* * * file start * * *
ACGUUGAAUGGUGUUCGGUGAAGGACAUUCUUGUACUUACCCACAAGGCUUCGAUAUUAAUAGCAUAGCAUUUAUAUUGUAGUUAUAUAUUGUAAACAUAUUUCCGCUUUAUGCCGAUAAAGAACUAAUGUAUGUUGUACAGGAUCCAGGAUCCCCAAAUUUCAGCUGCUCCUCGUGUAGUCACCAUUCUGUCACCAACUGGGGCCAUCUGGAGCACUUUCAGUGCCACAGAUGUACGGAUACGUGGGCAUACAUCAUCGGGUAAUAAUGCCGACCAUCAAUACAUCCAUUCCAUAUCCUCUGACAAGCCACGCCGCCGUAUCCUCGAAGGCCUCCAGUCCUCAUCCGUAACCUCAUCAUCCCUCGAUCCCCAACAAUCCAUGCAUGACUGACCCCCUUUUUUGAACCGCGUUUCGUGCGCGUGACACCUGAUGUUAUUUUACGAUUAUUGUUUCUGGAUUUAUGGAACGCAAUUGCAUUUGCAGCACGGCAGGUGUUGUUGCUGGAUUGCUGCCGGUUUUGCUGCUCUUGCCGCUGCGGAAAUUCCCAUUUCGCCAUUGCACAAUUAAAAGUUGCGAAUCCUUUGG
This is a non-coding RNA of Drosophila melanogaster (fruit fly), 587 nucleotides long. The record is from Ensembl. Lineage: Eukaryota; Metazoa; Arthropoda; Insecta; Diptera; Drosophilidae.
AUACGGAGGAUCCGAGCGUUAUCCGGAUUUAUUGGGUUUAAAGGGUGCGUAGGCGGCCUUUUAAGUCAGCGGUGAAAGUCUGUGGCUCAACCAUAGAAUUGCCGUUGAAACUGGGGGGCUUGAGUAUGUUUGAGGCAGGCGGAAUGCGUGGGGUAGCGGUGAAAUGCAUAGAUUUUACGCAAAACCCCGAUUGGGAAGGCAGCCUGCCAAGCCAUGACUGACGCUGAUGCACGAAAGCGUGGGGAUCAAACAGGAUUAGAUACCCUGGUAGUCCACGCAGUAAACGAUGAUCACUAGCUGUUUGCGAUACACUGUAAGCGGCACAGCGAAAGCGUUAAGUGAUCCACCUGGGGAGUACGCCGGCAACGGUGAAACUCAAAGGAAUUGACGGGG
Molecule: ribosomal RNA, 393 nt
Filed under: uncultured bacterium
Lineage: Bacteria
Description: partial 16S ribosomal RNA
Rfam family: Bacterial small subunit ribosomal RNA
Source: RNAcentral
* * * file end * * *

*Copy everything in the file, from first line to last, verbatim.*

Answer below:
ACGUUGAAUGGUGUUCGGUGAAGGACAUUCUUGUACUUACCCACAAGGCUUCGAUAUUAAUAGCAUAGCAUUUAUAUUGUAGUUAUAUAUUGUAAACAUAUUUCCGCUUUAUGCCGAUAAAGAACUAAUGUAUGUUGUACAGGAUCCAGGAUCCCCAAAUUUCAGCUGCUCCUCGUGUAGUCACCAUUCUGUCACCAACUGGGGCCAUCUGGAGCACUUUCAGUGCCACAGAUGUACGGAUACGUGGGCAUACAUCAUCGGGUAAUAAUGCCGACCAUCAAUACAUCCAUUCCAUAUCCUCUGACAAGCCACGCCGCCGUAUCCUCGAAGGCCUCCAGUCCUCAUCCGUAACCUCAUCAUCCCUCGAUCCCCAACAAUCCAUGCAUGACUGACCCCCUUUUUUGAACCGCGUUUCGUGCGCGUGACACCUGAUGUUAUUUUACGAUUAUUGUUUCUGGAUUUAUGGAACGCAAUUGCAUUUGCAGCACGGCAGGUGUUGUUGCUGGAUUGCUGCCGGUUUUGCUGCUCUUGCCGCUGCGGAAAUUCCCAUUUCGCCAUUGCACAAUUAAAAGUUGCGAAUCCUUUGG
This is a non-coding RNA of Drosophila melanogaster (fruit fly), 587 nucleotides long. The record is from Ensembl. Lineage: Eukaryota; Metazoa; Arthropoda; Insecta; Diptera; Drosophilidae.
AUACGGAGGAUCCGAGCGUUAUCCGGAUUUAUUGGGUUUAAAGGGUGCGUAGGCGGCCUUUUAAGUCAGCGGUGAAAGUCUGUGGCUCAACCAUAGAAUUGCCGUUGAAACUGGGGGGCUUGAGUAUGUUUGAGGCAGGCGGAAUGCGUGGGGUAGCGGUGAAAUGCAUAGAUUUUACGCAAAACCCCGAUUGGGAAGGCAGCCUGCCAAGCCAUGACUGACGCUGAUGCACGAAAGCGUGGGGAUCAAACAGGAUUAGAUACCCUGGUAGUCCACGCAGUAAACGAUGAUCACUAGCUGUUUGCGAUACACUGUAAGCGGCACAGCGAAAGCGUUAAGUGAUCCACCUGGGGAGUACGCCGGCAACGGUGAAACUCAAAGGAAUUGACGGGG
Molecule: ribosomal RNA, 393 nt
Filed under: uncultured bacterium
Lineage: Bacteria
Description: partial 16S ribosomal RNA
Rfam family: Bacterial small subunit ribosomal RNA
Source: RNAcentral